An MQ-8B Fire Scout unmanned aircraft system from Helicopter Maritime Strike Squadron (HSM) 35 performs ground turns aboard the littoral combat ship USS Fort Worth (LCS-3) in May 2015. US Navy photo.
The Navy’s acquisition chief disbanded his unmanned systems office, not as a sign of decreased focus on its mission, but to nudge unmanned systems into becoming part of everything the Navy does. Read More
The following is the summary of a Department of the Navy Strategic Roadmap for Unmanned Systems, which was signed in March and a summary version created and released in May. Read More
The Office of Naval Research and DARPA are collaborating on the Tern project to give forward-deployed small ships the ability to serve as mobile launch and recovery sites for medium-altitude, long-endurance unmanned aerial systems that would provide ISR and other capabilities. DARPA rendering.
SAN DIEGO – The Marine Corps is reconsidering the requirements for its large amphibious ship-based unmanned aerial system (UAS), after early industry input showed the service was headed towards something too large and too expensive, the deputy commandant for combat development and integration told reporters today. Read More
Boeing’s MQ-25 unmanned aircraft system is completing engine runs before heading to the flight ramp for deck handling demonstrations next year. The aircraft is designed to provide the U.S. Navy with refueling capabilities that would extend the combat range of deployed Boeing F/A-18 Super Hornet, Boeing EA-18G Growler, and Lockheed Martin F-35C fighters. Boeing photo.
Boeing unveiled the first photo of its entry in the MQ-25A Stingray unmanned aerial vehicle competition today. Read More
Sgt. Ethan Mintus, an unmanned aerial system (UAS) operator with Marine Unmanned Aerial Vehicle Squadron 3 (VMU-3), shakes hands with Lt. Col. Kenneth Phelps, the commanding officer of VMU-3, after receiving an award during a ceremony at Hangar 103, Marine Corps Air Station Kaneohe Bay, Dec. 11, 2017. Mintus was awarded the Navy and Marine Corps Achievement Medal with the newly authorized Remote Impact (“R”) Device alongside Sgt. Joseph Latsch, a fellow UAS operator with VMU-3, for their performance during combat operations. US Marine Corps photo.
Two Marine Corps unmanned aerial system (UAS) operators last week became the first in the service to earn the Navy and Marine Corps Achievement Medal with the new Remote Impact (“R”) Device. Read More
Textron’s Aerosonde unmanned aerial vehicle. Textron photo.
The Navy added a second provider of contractor-owned and operated small unmanned aerial systems (UAS) for its sea-based missions, signing an indefinite delivery/indefinite quantity (IDIQ) contract with Textron for use of the company’s Aerosonde unmanned system. Read More
Undated U.S. Central Command Photo of an alleged ISIS quadcopter captured by Iraqi Forces via DefenseOne
NATIONAL HARBOR, Md. – Budget uncertainty is challenging the services as they try to modernize, both to keep up with enemy threats that are advancing around the globe and to replacing aging equipment near the end of its service life, the services’ second-in-commands said today. Read More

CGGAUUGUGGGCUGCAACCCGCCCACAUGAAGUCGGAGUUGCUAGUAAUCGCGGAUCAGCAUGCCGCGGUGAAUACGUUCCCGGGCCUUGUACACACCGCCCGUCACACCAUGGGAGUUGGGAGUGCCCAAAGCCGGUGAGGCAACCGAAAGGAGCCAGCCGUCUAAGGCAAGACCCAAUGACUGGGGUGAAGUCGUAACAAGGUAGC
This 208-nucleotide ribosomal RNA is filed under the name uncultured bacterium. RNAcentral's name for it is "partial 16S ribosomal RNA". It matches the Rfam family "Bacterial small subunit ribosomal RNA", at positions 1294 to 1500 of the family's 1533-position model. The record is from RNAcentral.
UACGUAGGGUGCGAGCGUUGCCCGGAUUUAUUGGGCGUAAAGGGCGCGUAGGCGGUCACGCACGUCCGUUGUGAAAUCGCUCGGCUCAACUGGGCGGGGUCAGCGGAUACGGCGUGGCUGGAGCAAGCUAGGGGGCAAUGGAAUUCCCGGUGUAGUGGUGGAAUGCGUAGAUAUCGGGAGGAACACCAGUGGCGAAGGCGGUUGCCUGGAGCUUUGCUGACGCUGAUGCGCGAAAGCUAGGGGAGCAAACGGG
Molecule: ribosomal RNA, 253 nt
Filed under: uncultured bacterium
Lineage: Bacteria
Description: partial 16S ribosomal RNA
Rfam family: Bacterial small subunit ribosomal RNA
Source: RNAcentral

U.S. Marine Lance Cpl. Benjamin Cartwright, an infantry Marine with Kilo Company, 3rd Battalion 5th Marine Regiment, launches the Instant Eye MK-2 Gen 3 unmanned aerial system during an exercise for Marine Corps Warfighting Laboratory’s Marine Air-Ground Task Force Integrated Experiment on Camp Pendleton, Calif., July 9, 2016. US Marine Corps photo.
USNI News polled its writers, naval analysts and service members on what they consider the most important military and maritime stories in 2016.
With the Navy releasing a “Design for Maintaining Maritime Superiority” and the Marines releasing a Marine Corps Operational Concept in 2016 that both call for high-end technologies to succeed in a contested maritime environment, Marine Corps acquisition this year was focused on increasing lethality, situational awareness and maneuverability for the force. Read More
The Bell V-247 tiltrotor is an unmanned aerial system (UAS) that will combine the vertical lift capability of a helicopter with the speed and range of a conventional fixed-wing aircraft, and would provide long-endurance persistent expeditionary and surveillance and fires capabilities. Bell rendering.
ARLINGTON, Va. – The head of Marine Corps aviation has big plans for the service’s planned large unmanned aerial vehicle set to enter the service in the next decade. Read More
An MQ-9 Reaper with an extended range modification from the 62nd Expeditionary Reconnaissance Squadron takes off on a sortie at Kandahar Airfield, Afghanistan, Dec. 6, 2015. The Reaper is an armed, multi-mission, medium-altitude, long-endurance remotely piloted aircraft that is employed primarily as an intelligence-collection asset and secondarily against dynamic execution targets. US Air Force photo.
The Marine Corps is in the early phases of developing a large Group 5 unmanned aerial system (UAS) that would operate from a ship and provide long-range, long-endurance capabilities for not only the Marine Air-Ground Task Force (MAGTF) but also potentially the Navy’s fleet and Army ground forces. Read More